Did you feel any fear?
Berger: I did not fear for myself. I was in this atmosphere. I was too busy being happy—whatever happens, thank God I’ll be here first hand to witness it and feel it. There was no room for fear. Maybe if I really understood what the situation was, I should have been, but I wasn’t.
Lefkovitz: The first couple of hours, yes, because I was living right next to a mortar position, and I hadn’t known about it beforehand. I heard these tremendous explosions; I thought they were Jordanian shells. When I learned to distinguish between when they were hitting us and when we were hitting them, which took a couple of hours, the fear seemed to vanish.
What was the atmosphere when you arrived?
Berger: It was terribly tense there—horrible. They were warm to us, I think we sort of relieved their pressures and anxiety, even if for only a relatively short space of time. I didn’t expect Kennedy Airport, but everyone was so tense. On the runway jets were lined up ready to take off. Everyone felt that it was only a matter of time until the war broke out.
What was your reaction to the capture of Jerusalem?
Sonneberg: I didn’t really realize what Jerusalem was until I visited it. I guess I was happy. My real reaction came when I saw it; that’s when the strong reaction came. I wasn’t very impressed by the Western Wall itself. Jerusalem has a tangible atmosphere; you feel at home there—more than in New York.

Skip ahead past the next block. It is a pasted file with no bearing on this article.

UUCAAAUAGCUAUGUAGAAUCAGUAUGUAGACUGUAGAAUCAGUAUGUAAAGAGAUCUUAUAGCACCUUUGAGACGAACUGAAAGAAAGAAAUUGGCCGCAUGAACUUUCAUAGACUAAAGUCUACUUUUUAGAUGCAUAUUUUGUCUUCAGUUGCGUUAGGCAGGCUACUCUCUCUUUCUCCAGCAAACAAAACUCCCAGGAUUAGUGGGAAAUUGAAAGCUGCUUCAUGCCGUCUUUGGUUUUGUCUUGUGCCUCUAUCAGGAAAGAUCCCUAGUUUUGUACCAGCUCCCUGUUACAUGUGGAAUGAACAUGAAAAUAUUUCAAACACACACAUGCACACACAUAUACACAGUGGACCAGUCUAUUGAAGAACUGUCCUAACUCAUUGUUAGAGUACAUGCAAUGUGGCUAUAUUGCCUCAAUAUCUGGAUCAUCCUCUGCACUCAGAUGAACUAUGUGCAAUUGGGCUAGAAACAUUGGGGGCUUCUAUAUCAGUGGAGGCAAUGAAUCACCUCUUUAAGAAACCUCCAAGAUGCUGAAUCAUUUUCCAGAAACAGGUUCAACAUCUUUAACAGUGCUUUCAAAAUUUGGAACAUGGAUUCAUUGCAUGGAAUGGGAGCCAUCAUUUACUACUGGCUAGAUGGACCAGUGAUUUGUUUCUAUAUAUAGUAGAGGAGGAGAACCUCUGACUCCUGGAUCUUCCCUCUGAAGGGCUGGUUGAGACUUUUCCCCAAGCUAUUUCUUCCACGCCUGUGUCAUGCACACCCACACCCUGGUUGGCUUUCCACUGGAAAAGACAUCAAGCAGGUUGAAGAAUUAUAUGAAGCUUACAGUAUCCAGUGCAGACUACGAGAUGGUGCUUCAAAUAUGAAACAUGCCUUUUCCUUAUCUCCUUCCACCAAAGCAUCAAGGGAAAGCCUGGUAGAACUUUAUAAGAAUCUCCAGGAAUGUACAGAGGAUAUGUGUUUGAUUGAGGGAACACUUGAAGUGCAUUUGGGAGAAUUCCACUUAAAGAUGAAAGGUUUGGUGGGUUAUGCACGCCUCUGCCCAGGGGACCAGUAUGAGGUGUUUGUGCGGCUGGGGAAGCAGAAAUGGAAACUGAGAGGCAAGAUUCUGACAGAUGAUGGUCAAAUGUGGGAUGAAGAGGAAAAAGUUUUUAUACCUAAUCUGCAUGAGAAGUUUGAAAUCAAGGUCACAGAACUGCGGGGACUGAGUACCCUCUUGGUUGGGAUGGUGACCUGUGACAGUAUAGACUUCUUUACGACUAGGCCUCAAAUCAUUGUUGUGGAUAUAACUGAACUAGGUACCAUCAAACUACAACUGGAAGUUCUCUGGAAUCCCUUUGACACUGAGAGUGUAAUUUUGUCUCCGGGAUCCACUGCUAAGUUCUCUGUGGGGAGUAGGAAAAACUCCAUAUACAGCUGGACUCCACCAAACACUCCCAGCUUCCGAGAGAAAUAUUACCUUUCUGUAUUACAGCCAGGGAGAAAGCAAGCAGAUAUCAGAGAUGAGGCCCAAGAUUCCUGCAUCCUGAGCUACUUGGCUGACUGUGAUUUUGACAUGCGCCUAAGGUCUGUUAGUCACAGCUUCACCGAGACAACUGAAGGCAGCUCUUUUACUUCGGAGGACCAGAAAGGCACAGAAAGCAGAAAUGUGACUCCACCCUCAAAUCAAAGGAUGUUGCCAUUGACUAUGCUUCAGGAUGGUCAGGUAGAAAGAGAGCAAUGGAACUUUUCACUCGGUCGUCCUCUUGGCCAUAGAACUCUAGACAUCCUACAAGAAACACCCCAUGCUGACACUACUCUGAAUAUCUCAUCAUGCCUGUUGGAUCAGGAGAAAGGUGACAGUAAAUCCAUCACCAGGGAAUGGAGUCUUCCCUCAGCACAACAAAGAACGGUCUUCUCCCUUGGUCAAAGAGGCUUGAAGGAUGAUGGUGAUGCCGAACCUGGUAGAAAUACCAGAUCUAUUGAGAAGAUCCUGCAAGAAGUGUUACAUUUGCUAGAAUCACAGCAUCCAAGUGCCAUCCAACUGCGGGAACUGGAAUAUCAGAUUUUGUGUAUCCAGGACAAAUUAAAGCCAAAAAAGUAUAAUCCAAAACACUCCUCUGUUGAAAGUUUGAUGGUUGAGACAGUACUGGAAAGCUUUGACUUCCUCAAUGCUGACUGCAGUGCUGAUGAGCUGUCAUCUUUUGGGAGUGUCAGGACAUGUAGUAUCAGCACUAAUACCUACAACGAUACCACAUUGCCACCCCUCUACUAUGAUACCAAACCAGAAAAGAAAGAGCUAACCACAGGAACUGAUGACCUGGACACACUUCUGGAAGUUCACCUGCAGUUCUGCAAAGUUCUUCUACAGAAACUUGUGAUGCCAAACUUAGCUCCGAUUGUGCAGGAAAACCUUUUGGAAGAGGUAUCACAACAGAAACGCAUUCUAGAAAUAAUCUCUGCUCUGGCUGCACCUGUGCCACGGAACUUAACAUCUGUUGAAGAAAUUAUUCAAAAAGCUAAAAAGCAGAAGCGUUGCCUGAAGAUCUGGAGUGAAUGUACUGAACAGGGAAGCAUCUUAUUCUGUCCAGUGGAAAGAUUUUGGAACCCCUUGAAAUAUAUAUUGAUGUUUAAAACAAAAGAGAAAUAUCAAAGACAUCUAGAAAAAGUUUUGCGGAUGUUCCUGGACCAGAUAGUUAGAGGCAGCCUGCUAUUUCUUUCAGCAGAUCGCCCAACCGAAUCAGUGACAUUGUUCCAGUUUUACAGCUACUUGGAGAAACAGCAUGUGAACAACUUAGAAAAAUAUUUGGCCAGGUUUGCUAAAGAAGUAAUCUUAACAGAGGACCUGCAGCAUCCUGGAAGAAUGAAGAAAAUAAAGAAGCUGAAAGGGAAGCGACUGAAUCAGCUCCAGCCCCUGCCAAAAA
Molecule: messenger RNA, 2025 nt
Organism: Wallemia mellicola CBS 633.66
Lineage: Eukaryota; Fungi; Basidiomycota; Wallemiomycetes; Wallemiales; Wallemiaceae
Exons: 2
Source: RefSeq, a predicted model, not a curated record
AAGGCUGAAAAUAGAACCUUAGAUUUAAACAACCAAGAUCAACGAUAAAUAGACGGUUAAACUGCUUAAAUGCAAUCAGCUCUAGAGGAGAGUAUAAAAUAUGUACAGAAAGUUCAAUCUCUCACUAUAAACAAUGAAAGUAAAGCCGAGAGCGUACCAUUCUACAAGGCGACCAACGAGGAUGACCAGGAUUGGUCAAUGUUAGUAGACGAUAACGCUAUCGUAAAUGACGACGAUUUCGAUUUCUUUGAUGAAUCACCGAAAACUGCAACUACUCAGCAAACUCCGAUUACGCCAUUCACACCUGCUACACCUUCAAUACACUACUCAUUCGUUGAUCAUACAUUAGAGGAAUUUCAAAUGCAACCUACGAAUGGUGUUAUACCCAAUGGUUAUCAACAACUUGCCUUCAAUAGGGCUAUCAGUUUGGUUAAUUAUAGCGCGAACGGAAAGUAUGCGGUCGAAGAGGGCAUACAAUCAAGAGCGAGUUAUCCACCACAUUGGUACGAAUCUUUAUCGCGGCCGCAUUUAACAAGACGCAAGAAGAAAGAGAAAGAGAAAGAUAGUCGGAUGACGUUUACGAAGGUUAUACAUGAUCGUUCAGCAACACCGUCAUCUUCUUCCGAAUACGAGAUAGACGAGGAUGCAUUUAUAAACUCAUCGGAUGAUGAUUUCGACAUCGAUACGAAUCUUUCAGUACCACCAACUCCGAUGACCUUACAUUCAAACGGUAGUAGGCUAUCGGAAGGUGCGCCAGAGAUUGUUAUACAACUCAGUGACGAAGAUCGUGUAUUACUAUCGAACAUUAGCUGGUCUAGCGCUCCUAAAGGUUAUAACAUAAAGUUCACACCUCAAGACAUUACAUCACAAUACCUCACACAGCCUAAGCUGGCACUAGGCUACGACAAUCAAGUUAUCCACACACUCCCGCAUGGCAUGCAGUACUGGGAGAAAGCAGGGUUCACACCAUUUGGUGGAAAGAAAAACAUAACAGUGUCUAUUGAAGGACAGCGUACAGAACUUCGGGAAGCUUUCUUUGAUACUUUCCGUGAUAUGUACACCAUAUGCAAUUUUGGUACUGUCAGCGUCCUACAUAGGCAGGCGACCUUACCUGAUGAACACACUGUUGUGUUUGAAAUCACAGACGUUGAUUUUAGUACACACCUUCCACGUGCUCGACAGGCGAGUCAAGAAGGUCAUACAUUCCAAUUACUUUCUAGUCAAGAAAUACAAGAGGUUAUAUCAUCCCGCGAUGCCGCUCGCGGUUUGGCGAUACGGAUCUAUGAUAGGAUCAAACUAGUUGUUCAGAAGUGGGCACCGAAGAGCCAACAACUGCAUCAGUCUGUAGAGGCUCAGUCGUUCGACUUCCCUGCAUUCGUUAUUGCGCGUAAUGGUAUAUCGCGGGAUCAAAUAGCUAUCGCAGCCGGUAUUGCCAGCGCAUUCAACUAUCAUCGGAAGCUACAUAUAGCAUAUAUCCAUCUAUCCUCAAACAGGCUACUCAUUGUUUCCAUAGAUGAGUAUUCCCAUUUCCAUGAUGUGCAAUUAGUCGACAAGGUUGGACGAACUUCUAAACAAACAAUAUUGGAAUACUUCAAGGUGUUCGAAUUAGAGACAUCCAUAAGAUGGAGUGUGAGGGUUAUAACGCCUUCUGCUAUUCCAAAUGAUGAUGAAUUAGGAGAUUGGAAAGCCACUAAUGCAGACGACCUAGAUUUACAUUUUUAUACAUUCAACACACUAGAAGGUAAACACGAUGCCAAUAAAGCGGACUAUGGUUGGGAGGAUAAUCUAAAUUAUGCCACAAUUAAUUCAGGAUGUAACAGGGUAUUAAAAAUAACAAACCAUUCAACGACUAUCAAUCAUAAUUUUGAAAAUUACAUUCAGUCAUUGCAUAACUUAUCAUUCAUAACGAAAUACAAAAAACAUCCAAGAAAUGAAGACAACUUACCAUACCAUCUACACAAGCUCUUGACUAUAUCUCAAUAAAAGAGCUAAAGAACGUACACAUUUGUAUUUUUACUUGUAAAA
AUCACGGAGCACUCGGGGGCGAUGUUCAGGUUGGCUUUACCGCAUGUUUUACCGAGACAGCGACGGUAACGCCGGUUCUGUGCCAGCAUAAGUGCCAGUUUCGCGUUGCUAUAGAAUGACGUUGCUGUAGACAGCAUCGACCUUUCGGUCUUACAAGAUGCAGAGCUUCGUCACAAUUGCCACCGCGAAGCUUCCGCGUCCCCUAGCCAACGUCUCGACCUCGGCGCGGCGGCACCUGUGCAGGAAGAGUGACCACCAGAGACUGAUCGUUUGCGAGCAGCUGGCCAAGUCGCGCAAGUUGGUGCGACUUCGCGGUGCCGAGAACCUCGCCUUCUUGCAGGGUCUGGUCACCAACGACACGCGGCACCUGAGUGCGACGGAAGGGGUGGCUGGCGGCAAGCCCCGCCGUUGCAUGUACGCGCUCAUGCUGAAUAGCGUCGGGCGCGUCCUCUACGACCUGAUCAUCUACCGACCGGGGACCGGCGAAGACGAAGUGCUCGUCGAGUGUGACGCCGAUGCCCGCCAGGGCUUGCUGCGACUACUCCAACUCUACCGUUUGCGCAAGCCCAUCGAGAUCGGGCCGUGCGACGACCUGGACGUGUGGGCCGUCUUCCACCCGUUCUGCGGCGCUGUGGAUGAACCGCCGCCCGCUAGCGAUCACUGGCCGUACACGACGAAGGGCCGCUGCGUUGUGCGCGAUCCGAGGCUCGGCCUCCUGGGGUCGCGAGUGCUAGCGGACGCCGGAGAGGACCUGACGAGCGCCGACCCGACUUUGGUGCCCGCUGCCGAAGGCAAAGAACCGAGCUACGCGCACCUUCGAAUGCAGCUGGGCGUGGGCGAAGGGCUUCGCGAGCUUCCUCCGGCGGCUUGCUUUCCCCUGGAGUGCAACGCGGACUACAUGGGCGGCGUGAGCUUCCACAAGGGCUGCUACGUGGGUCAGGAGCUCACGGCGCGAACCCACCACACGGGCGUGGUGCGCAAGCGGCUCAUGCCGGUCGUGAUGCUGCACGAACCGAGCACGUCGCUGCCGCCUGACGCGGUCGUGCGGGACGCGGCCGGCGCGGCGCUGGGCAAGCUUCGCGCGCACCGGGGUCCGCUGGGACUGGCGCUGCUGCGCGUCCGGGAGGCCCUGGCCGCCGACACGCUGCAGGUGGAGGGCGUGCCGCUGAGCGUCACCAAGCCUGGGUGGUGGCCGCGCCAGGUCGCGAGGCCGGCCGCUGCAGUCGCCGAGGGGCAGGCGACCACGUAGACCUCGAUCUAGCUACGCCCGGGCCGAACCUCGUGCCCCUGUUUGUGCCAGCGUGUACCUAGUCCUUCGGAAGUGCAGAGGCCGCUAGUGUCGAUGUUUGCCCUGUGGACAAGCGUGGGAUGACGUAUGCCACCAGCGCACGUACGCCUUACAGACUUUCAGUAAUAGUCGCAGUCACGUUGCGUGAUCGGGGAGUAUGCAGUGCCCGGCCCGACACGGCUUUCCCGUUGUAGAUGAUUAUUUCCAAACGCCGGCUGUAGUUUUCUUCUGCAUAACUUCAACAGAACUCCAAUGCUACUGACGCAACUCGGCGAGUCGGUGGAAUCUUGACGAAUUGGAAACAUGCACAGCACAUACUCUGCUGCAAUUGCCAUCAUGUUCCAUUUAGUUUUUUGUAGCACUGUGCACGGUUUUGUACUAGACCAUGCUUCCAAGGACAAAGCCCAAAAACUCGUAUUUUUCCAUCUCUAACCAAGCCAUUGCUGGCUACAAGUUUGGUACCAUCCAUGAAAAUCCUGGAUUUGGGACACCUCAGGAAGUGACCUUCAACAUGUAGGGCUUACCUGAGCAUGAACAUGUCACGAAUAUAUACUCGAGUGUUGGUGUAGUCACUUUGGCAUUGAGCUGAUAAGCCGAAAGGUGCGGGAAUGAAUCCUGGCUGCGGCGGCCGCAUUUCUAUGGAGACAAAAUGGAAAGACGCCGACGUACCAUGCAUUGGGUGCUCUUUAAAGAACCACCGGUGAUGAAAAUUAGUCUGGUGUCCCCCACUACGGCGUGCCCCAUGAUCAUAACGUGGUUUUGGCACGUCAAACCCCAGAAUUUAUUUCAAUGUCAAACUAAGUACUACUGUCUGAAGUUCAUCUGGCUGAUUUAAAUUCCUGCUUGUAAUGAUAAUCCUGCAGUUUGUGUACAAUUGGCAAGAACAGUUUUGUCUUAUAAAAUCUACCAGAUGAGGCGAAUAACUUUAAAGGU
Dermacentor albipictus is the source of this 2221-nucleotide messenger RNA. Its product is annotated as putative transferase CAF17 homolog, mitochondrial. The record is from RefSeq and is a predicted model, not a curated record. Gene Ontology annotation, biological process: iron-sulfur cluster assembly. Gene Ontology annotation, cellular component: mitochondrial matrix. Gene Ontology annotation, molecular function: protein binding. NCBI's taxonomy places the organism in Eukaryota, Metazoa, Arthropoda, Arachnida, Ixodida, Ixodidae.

Bodner: Jerusalem has all of the atmosphere of Israel. It’s a melting pot of the whole country.
Abramchik: That evening we felt something inside; it was really unbelievable. We hadn’t had Jerusalem for 2,000 years; we had only visitation rights. Now it was ours. It is just a plain wall, but I didn’t look at it as merely a wall. It was a part of the Temple.
Lefkovitz: When we were touring before Pesach, we had seen everything. We said for Shavuot we’ll have to go over to the Old City. We just said this in jest.
Sonneberg: You guys put the Ayin Harah on them.
Why did you go?
Bodner: Something compelled me to go. It wasn’t that I felt that I was going to save Israel. This was an opportunity to do something right for the things I believed in. It was time to show that I believed in all the values that I’d been taught. Israel symbolized them.
Berger: I never was an ardent Zionist; Israel was nice for the Israelis. I never felt involved. I saw an impending holocaust; I wanted to do something. I suppose I was always very attached to Israel.
Do you hope to live in Israel?
Sonneberg: Yes, I was thinking strongly of it before. I was only more convinced than ever.
Abramchik: I definitely want to return. As soon as I finish school, I hope to make it back as quickly as I possibly can.
Berger: As everyone says, “One day I hope I will be back,” and I hope it will be soon.
Permanently or otherwise?
Berger: Permanently. I made up my mind then. I have a moral obligation. I see how necessary aliyah is for the long term survival of Israel.